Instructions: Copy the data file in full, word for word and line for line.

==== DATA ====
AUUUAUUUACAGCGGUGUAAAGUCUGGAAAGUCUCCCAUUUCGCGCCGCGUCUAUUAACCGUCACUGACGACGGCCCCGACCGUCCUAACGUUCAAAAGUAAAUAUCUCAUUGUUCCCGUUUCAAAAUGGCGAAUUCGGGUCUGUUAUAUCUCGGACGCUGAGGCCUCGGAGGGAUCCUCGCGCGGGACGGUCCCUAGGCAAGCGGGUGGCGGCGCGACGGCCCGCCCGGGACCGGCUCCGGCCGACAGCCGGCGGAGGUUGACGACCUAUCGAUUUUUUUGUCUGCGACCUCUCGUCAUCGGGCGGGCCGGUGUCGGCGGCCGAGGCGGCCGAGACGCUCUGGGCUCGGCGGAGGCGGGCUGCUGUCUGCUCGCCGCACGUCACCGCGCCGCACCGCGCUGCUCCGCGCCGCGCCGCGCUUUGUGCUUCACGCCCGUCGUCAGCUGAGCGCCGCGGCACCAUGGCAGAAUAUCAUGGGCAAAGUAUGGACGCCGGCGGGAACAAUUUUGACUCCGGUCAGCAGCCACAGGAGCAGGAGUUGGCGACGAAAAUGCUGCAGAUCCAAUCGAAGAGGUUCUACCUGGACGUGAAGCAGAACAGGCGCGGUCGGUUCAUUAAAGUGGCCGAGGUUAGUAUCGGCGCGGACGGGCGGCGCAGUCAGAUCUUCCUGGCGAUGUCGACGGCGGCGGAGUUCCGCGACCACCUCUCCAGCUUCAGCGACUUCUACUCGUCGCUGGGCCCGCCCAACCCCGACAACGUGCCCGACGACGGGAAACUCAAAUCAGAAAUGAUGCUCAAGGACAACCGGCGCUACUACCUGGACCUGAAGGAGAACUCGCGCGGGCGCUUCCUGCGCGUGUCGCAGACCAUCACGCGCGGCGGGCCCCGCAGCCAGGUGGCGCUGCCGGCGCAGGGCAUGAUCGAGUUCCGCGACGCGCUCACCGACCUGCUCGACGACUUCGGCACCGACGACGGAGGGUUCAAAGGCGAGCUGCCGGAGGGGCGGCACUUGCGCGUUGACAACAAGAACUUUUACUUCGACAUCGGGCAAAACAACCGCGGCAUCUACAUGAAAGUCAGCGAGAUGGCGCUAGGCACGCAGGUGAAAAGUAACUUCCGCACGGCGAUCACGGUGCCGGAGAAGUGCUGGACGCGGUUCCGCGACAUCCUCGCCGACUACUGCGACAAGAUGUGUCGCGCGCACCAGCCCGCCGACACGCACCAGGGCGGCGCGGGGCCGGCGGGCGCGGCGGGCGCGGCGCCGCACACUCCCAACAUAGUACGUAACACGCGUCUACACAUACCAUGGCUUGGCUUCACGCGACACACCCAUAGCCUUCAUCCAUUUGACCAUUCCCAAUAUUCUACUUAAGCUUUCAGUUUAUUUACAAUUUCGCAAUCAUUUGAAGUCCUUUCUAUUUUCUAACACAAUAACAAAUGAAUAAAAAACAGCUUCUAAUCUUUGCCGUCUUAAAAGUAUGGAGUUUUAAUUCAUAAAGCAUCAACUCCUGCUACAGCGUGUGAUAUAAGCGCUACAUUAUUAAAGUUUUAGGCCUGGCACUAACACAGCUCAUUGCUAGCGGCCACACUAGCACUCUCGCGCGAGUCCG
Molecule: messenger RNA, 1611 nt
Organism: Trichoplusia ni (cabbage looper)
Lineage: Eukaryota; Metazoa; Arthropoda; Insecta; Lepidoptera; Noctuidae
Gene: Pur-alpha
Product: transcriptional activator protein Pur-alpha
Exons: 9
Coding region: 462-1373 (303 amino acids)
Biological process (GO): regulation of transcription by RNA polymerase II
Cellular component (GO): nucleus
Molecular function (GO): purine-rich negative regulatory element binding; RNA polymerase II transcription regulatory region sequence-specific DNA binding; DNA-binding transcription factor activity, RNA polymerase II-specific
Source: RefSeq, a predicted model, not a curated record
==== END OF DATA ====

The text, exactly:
AUUUAUUUACAGCGGUGUAAAGUCUGGAAAGUCUCCCAUUUCGCGCCGCGUCUAUUAACCGUCACUGACGACGGCCCCGACCGUCCUAACGUUCAAAAGUAAAUAUCUCAUUGUUCCCGUUUCAAAAUGGCGAAUUCGGGUCUGUUAUAUCUCGGACGCUGAGGCCUCGGAGGGAUCCUCGCGCGGGACGGUCCCUAGGCAAGCGGGUGGCGGCGCGACGGCCCGCCCGGGACCGGCUCCGGCCGACAGCCGGCGGAGGUUGACGACCUAUCGAUUUUUUUGUCUGCGACCUCUCGUCAUCGGGCGGGCCGGUGUCGGCGGCCGAGGCGGCCGAGACGCUCUGGGCUCGGCGGAGGCGGGCUGCUGUCUGCUCGCCGCACGUCACCGCGCCGCACCGCGCUGCUCCGCGCCGCGCCGCGCUUUGUGCUUCACGCCCGUCGUCAGCUGAGCGCCGCGGCACCAUGGCAGAAUAUCAUGGGCAAAGUAUGGACGCCGGCGGGAACAAUUUUGACUCCGGUCAGCAGCCACAGGAGCAGGAGUUGGCGACGAAAAUGCUGCAGAUCCAAUCGAAGAGGUUCUACCUGGACGUGAAGCAGAACAGGCGCGGUCGGUUCAUUAAAGUGGCCGAGGUUAGUAUCGGCGCGGACGGGCGGCGCAGUCAGAUCUUCCUGGCGAUGUCGACGGCGGCGGAGUUCCGCGACCACCUCUCCAGCUUCAGCGACUUCUACUCGUCGCUGGGCCCGCCCAACCCCGACAACGUGCCCGACGACGGGAAACUCAAAUCAGAAAUGAUGCUCAAGGACAACCGGCGCUACUACCUGGACCUGAAGGAGAACUCGCGCGGGCGCUUCCUGCGCGUGUCGCAGACCAUCACGCGCGGCGGGCCCCGCAGCCAGGUGGCGCUGCCGGCGCAGGGCAUGAUCGAGUUCCGCGACGCGCUCACCGACCUGCUCGACGACUUCGGCACCGACGACGGAGGGUUCAAAGGCGAGCUGCCGGAGGGGCGGCACUUGCGCGUUGACAACAAGAACUUUUACUUCGACAUCGGGCAAAACAACCGCGGCAUCUACAUGAAAGUCAGCGAGAUGGCGCUAGGCACGCAGGUGAAAAGUAACUUCCGCACGGCGAUCACGGUGCCGGAGAAGUGCUGGACGCGGUUCCGCGACAUCCUCGCCGACUACUGCGACAAGAUGUGUCGCGCGCACCAGCCCGCCGACACGCACCAGGGCGGCGCGGGGCCGGCGGGCGCGGCGGGCGCGGCGCCGCACACUCCCAACAUAGUACGUAACACGCGUCUACACAUACCAUGGCUUGGCUUCACGCGACACACCCAUAGCCUUCAUCCAUUUGACCAUUCCCAAUAUUCUACUUAAGCUUUCAGUUUAUUUACAAUUUCGCAAUCAUUUGAAGUCCUUUCUAUUUUCUAACACAAUAACAAAUGAAUAAAAAACAGCUUCUAAUCUUUGCCGUCUUAAAAGUAUGGAGUUUUAAUUCAUAAAGCAUCAACUCCUGCUACAGCGUGUGAUAUAAGCGCUACAUUAUUAAAGUUUUAGGCCUGGCACUAACACAGCUCAUUGCUAGCGGCCACACUAGCACUCUCGCGCGAGUCCG
Molecule: messenger RNA, 1611 nt
Organism: Trichoplusia ni (cabbage looper)
Lineage: Eukaryota; Metazoa; Arthropoda; Insecta; Lepidoptera; Noctuidae
Gene: Pur-alpha
Product: transcriptional activator protein Pur-alpha
Exons: 9
Coding region: 462-1373 (303 amino acids)
Biological process (GO): regulation of transcription by RNA polymerase II
Cellular component (GO): nucleus
Molecular function (GO): purine-rich negative regulatory element binding; RNA polymerase II transcription regulatory region sequence-specific DNA binding; DNA-binding transcription factor activity, RNA polymerase II-specific
Source: RefSeq, a predicted model, not a curated record